Goodbye, Bulldozer

Leon worked hard all day. For once the weather cooperated and for his last day it was sunny and warm — hard to believe I’d been wearing winter coveralls over a turtleneck and fleece only two days ago — and he was able to knock off a lot of things on my list. As usual, however, not everything.

I have become philosophical about this. I’ll need to hire the excavator again next summer to dig the house foundation. As Allen has already half-dug the hole, I’m guessing the foundation won’t take a whole week. We’ll give the list a few more licks next year. As I said to DH, I can’t really imagine a summer without heavy equipment, anyway.

DH once mentioned that he hoped someday to be able to cross-country ski the perimeter of the property. I always like to create things that will lure him down to the farm. There was only one bottleneck. When Allen dug Neddy’s pond in 2005, he had built a “bench” of gravel along the southern and western edges to retain water. This bench was steep, rough, and bouldery, and had grown up in poplar and briar. I asked Leon to bulldoze it flat for a trail around the pond. Above is the new trail, looking down from the pasture.

The photo below shows the lower edge of the trail. You can’t see the pond on your left but you can see one of the big piles of excavated fill.

Someday the pond will be dug out to extend to the lower quarter of the photo, and the fill will be bulldozed to level the upper crater. Another year.

I took down the round pen and Leon smoothed and leveled the ground as best he could without wasting too much time on it.

Someday (that word again!) I’ll get a load of sand to improve the footing in the pen for riding. Leon says I need “ore sand.” Like so many of the truckers and operators I’ve met, Leon knows his sand and stones.

The night before I had moved the pigs to the barn and taken down the pig fencing. Now Leon leveled and cleaned that acre. Allen had stumped it in the spring but when the bulldozer broke down it was never cleared off. It is clear now.

Meanwhile the pigs are set up outside the barn along the driveway. With the cold weather arriving I like to simplify chores as much as possible. Trucking water to both the pigs and the sheep twice a day this summer has been a serious time commitment. For the next month I should be able to water the pigs with the hose.

I had hoped Leon would be able to spread Larry’s tons of manure for me, feathering it out over the top of the cabin knoll. But, as with the pond landscaping, we ran out of time. Instead he bulldozed it into a single giant pile, to make it easier for me to load it with a pitchfork into the manure spreader. I foresee my strength-training program for fall.

Leon was also not able to finish covering Allen’s stump and log burial ground, but this was not solely a function of time. As it turned out, the cabin knoll is too “bony” — ribbed with ledge and boulders. There is simply not enough soil to move. The second half of the stump ravine will have to wait to be buried next summer, when we excavate the pond and generate more fill. In the meantime I’ll weedwhack the saplings and briars off the surface.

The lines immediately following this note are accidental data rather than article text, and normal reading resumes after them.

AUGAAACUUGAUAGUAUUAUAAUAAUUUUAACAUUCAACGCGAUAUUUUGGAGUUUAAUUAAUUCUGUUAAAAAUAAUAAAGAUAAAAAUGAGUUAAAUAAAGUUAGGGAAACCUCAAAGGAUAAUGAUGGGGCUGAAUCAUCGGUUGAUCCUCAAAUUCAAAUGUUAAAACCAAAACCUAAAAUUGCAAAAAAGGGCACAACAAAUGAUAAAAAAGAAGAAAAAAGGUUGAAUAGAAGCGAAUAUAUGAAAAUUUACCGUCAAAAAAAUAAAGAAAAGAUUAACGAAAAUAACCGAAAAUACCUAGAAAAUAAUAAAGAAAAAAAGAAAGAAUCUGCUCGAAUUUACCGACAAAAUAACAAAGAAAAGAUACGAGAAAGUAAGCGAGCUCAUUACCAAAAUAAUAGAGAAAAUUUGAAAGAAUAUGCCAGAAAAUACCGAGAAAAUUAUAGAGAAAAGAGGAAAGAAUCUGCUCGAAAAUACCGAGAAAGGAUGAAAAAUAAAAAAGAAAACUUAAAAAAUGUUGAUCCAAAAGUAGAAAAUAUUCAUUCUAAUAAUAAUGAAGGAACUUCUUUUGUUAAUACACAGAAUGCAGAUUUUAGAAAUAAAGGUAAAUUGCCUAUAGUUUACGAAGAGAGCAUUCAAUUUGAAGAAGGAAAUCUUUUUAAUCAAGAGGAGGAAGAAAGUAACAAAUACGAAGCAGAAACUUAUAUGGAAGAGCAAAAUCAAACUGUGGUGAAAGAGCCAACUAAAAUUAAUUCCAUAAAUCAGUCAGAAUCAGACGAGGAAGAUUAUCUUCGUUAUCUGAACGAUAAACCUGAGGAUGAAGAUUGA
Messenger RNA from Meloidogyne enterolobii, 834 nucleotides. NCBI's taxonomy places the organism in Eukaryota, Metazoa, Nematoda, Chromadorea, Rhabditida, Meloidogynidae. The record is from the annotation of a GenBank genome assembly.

Leon and I were both tired by the end of the day as we cleaned the mud out of the bulldozer tracks and refueled the machine to get it ready for pick-up Monday morning.

However when his carpool arrived, his adopted six-year-old, Faith, was not tired in the slightest. She shot out of the car like a cannonball. I carried her around to pet all the animals and Leon gave her a last ride up the driveway in the bulldozer.

I had been ambivalent about hiring Leon, dreading change. Only the thought of losing the paid-up weeks on the heavy equipment had forced me to act. Yet it turned out to be a completely positive experience.

Though Leon isn’t quite as gifted with the excavator as Allen is, his health is much better. I didn’t realize how big a relief this would be until the weight fell from my shoulders. I didn’t worry when Leon lifted fuel cans. When he cut his engine unexpectedly, my heart didn’t jump in anxiety. The only grey in Leon’s face at the end of a long day came from his unshaved whiskers.

But Leon knows Allen and knew I missed him.

“I’m just the fill-in,” he said yesterday around a cookie. “The pinch hitter, doing clean-up.”

Of course in many ways this is true. Allen is the person who cleared the farm. “I don’t think he will ever be back, though,” I said.

He nodded.

Leon is not fatherly to me like Allen. (A few weeks ago, O.B. said to me, “I don’t want to sound like a dad, but —” and I interrupted, “O.B., you’ll never go wrong sounding like a dad with me.”) Leon doesn’t say, “Good girl.” He doesn’t tease me or laugh at me or tell me what to do. On the other hand, it’s early days. Give him five years.

“I’m really, really lucky to have found you,” I said. “I hope you can work for me for years and teach me a million things.”

Leon laughed. When he left we were making plans for next summer.


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